Worldwide Lead Strategist, Business Intelligence And Co-Author Of Drive Business Performance
The economic crisis has reminded business leaders that developing a great strategy is not enough. They need to execute that strategy within an organization that empowers them to make the right decisions, better and faster. Doing so requires systems that can adjust to market conditions. But most importantly, it requires that your organization’s culture is geared for performance.
On Tuesday (January 12) I’ll be talking about Developing a Culture of Performance in Retail at Retail’s Big Show, the annual National Retail Federation Conference. Henrik Amsinck, Lego Group chief information officer and VP, and I will tell Lego’s success story. It is a great story and Henrik embodies the spirit that drives the performance of this amazing company.
Every Lego employee I have talked to shares a strong passion for Lego, their products, and their customers. And we all know some of their customers can be passionate, too. Even over the phone, it’s almost as if I can ”hear” the sparkle in their eyes when they talk about the company. Lego has a strong culture of performance and it shows. In the first half of 2009 the company reported sales gains of more than 20 percent and outpaced the competition. Read a great coverage of Lego’s story published by London’s Daily Telegraph this past December here.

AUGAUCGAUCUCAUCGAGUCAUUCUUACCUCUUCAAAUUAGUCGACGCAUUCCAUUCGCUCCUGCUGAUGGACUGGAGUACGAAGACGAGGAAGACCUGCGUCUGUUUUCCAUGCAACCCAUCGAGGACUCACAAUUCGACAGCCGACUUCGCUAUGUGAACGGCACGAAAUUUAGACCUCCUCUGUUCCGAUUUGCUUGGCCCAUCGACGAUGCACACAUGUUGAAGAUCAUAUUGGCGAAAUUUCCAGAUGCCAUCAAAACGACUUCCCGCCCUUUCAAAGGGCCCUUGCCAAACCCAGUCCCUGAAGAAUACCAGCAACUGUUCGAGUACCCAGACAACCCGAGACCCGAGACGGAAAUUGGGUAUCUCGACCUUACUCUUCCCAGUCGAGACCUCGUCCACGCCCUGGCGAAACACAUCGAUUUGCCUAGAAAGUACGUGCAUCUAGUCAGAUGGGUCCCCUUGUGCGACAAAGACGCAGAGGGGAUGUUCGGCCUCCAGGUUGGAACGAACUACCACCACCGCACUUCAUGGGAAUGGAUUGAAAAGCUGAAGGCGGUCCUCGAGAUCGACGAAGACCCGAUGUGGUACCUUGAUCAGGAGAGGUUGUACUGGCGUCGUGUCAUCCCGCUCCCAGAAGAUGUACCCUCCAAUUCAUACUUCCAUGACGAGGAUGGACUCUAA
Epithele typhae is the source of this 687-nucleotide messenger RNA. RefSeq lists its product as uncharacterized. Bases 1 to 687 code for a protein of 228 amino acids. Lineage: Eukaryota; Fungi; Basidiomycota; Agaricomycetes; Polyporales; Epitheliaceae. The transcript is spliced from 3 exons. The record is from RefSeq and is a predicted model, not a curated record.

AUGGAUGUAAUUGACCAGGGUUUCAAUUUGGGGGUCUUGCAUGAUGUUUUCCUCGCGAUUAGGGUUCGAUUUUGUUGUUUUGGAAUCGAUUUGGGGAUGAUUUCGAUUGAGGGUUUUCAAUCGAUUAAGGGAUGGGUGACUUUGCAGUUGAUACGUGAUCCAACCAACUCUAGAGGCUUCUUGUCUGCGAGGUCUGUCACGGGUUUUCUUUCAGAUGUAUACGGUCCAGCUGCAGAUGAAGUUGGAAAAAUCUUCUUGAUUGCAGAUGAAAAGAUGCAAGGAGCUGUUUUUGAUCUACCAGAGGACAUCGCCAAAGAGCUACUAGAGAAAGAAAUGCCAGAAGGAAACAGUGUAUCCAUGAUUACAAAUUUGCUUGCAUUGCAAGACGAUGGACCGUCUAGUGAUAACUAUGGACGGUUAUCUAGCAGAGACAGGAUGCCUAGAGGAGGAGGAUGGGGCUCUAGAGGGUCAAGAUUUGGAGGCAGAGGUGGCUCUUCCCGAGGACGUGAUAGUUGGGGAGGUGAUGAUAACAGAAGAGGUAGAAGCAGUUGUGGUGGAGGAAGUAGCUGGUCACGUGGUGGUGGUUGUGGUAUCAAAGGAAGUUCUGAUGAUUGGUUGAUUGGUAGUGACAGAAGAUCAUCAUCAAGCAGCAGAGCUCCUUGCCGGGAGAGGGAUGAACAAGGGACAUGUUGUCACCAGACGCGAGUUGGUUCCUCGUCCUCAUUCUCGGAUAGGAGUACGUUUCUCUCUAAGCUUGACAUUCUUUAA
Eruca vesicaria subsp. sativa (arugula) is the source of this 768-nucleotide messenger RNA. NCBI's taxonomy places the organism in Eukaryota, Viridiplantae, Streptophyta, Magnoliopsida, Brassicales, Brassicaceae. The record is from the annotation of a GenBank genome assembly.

But Lego didn’t always have stellar results. The cultural changes they have gone through allowed them to come back strong and equip themselves to gain market share when others were struggling. How did they do it? And can your organization do the same?
There are three key aspects of Lego’s turnaround we can all learn from:
1) Commitment from the top: As we described in the book I wrote with colleague Joey Fitts, Drive Business Performance, culture changes start at the top. Lego’s leaders showed their employees the value of expecting and respecting data-driven decision-making. Now the entire company is focused on understanding what works, not guessing.
2) Focus on the basics: Too many organizations build processes, reports, and dashboards without asking basic questions about what metrics really drive the business. Lego focuses on a “language of performance” and how the company determines what should be a global standard, versus what should be defined for a particular locale. After stumbling in the 1990s and earlier in this decade, the company also re-focused on core products and core Lego fans. That in turn led to customer loyalty and growth.
3) Compete into the future: Few organizations have implemented the type of information management system Lego has across structured, unstructured, and social data. A core value of Lego’s mission is connection with their customers. However, many of their customers are boys age 6-10. How do you think they connect with them and request their feedback?
Henrik and I will spend more time talking about this great success story. If you are in New York come and join the discussion. You can send me questions in advance at Bruno.firstname.lastname@example.org Even if you can’t make it to our session I’d love to hear your stories and thoughts
Hope to see you in New York!